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Vintage Power and Light: The Coolest Thing to Happen to Tungsten Since Edison!

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If you’ve been to an architectural lighting, entertainment lighting, or decorative lighting trade show lately, you should notice an interesting trend:  the lack of attention to incandescent light sources.  The light emitting diode has overtaken the world, and like myself, I miss the days of the warm tungsten filament in a room, bathing everything in its reach with a wider spectrum of color than its LED counterparts.  Tungsten filaments, at least decoratively, have become the fine wine of our lighting generation – only those with the intelligence and artistic knowledge in using tungsten and other incandescent sources have continued to do so.  The rest of the world is convinced, at the behest of excellent marketing and often regardless of price, that LED illumination is not only the way of the future but also today’s only way to appropriately design lighting.

It’s a fact that in many applications, including modern high bay methodologies and architectural applications, LED light sources are winning hearts and minds over their higher-energy-consuming incandescent cousins.  Sooner than later we’re going to see higher output automated fixtures giving their HID counterparts a run for their money, too.  ETC’s LED Source Four ellipsoidal, Chauvet’s Ovation LED ellipsoidal, Altman Lighting’s ME3 ellipsoidal, and Robert Juliat’s Tibo and Zep LED profiles have taken the market by storm – and have begun pushing back on the use of tungsten-halogen sources, arc sources, and even halogen sources!

On the whole, energy costs when dealing with a large facility or venue are where LED and non-incandescent sources make a monster difference in energy costs.  But what about where energy costs are negligible, like in your home?  If saving comparatively a few dollars here and there in your home is less important than the feeling and artistic appreciation that something like an incandescent lamp brings to you, can you put a price on your happiness?  I’ve owned many a compact fluorescent lamp-based fixture in my home, and frankly I replace every single CFL with its halogen or incandescent counterpart.  It’s my decision, and I do what makes my eyes and my brain happy.

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On that thought, I introduce to you the work of Vintage Power and Light out of Austin, Texas – creator Lowell Fowler (of High End Systems fame) has started a new hobby art venture based on utilizing the beauty and intrigue of vintage lighting and electrical equipment tied with the warm glow of incandescent sources.  Even better than just the sexiness of a glowing filament structure, Vintage Power and Light takes the beauty of an Edison filament wrap source and melds it to gorgeous finished old-world wood components, then adds stunning copper and brass connections and controls.  My favorite parts of Vintage Power and Light’s work are their use of Consolidated Design glass insulators – there is nothing quite like a multi-petticoat glass insulator on a fixture with an artistic incandescent filament turning that glass into a mystical piece of glowing jewelry.  GAH!  This stuff is amazing!!!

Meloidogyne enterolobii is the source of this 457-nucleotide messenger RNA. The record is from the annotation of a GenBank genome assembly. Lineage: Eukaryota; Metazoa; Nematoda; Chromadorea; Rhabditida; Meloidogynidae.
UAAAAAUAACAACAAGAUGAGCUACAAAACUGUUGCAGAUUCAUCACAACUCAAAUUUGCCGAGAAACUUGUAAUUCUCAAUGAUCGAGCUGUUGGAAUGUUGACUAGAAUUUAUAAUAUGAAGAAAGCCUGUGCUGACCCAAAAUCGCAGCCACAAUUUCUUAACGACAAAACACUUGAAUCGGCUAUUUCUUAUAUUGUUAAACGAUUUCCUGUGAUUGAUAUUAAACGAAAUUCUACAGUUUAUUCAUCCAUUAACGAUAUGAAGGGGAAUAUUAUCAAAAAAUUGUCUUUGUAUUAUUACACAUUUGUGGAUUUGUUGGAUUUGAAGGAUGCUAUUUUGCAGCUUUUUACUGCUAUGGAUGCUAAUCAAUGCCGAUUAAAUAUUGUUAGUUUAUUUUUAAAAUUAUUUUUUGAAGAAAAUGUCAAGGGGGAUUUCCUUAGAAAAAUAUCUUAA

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Lowell and York Fowler have put an interesting new spin on the idea of Steampunk-esque design by bringing old-world components and combining them with early 20th century incandescence.  The result is a stunning and refreshing take on using incandescence as not only an artistic statement, but a comfortable, familiar, and heartwarming addition to your house, office, or anywhere else that LEDs just don’t cut it.

Check out a series of gallery images below, click on any image for a light box of that gallery for your perusal!
Just make sure that you give credit where credit is due, and all of these photos are courtesy of Vintage Power and Light with photography by Tim Grivas.

First things first, Vintage Power and Light’s Table Lamps:

Vintage Power and Light’s Chandelier and Pendant series:

Got a Steampunk jones?  Vintage Power and Light does that too!

Last but not least, a gorgeous offering of sconces for your collection:

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JimOnLight says HELL YES to Vintage Power and LightAwesome offerings, guys!  We hope that the whole world sees your work and loves it as much as we do!

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High Speed Photography of Light Bulbs As They Explode, Filled with AWESOMESAUCE by Jon Smith

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I am really digging Jon Smith’s photography.  Apparently he also does some Light Art.  Jon is Wide Eyed Illuminations on Flickr — and since I’m apparently in an all-about-light-bulbs mood today, watch this and then check out what’s beneath it:

THAT, good people of the world, is some amazing shit!  Jon fills up the glass envelope of incandescent light bulbs, and then shoots that sucker with a pellet gun.  Which, as you see below, makes awesomesauce.

These are my personal favorite pics from Jon’s full set on Flickr of the light bulbs.  I’m sure you’ll find your favorites too, but check out the whole set here.

Color Splash

Kitchen Sink

Orange Cap

Feathers in Blue

Oil and Water 1

Blue Puff

Color wheel

DEXTER LAMP!

Splitting Headache

ROYGBIV

Feathers Flying

Three's company

Color Splash 2

Heart of Gold

Gold Rush

Gel Balls

NonNewtonian 2

Mason Jar Collision

Flood Light

Pink/Blue Paint

Red White and Blue

Baotou Halts Making Rare-Earths to Spike Prices. WTF!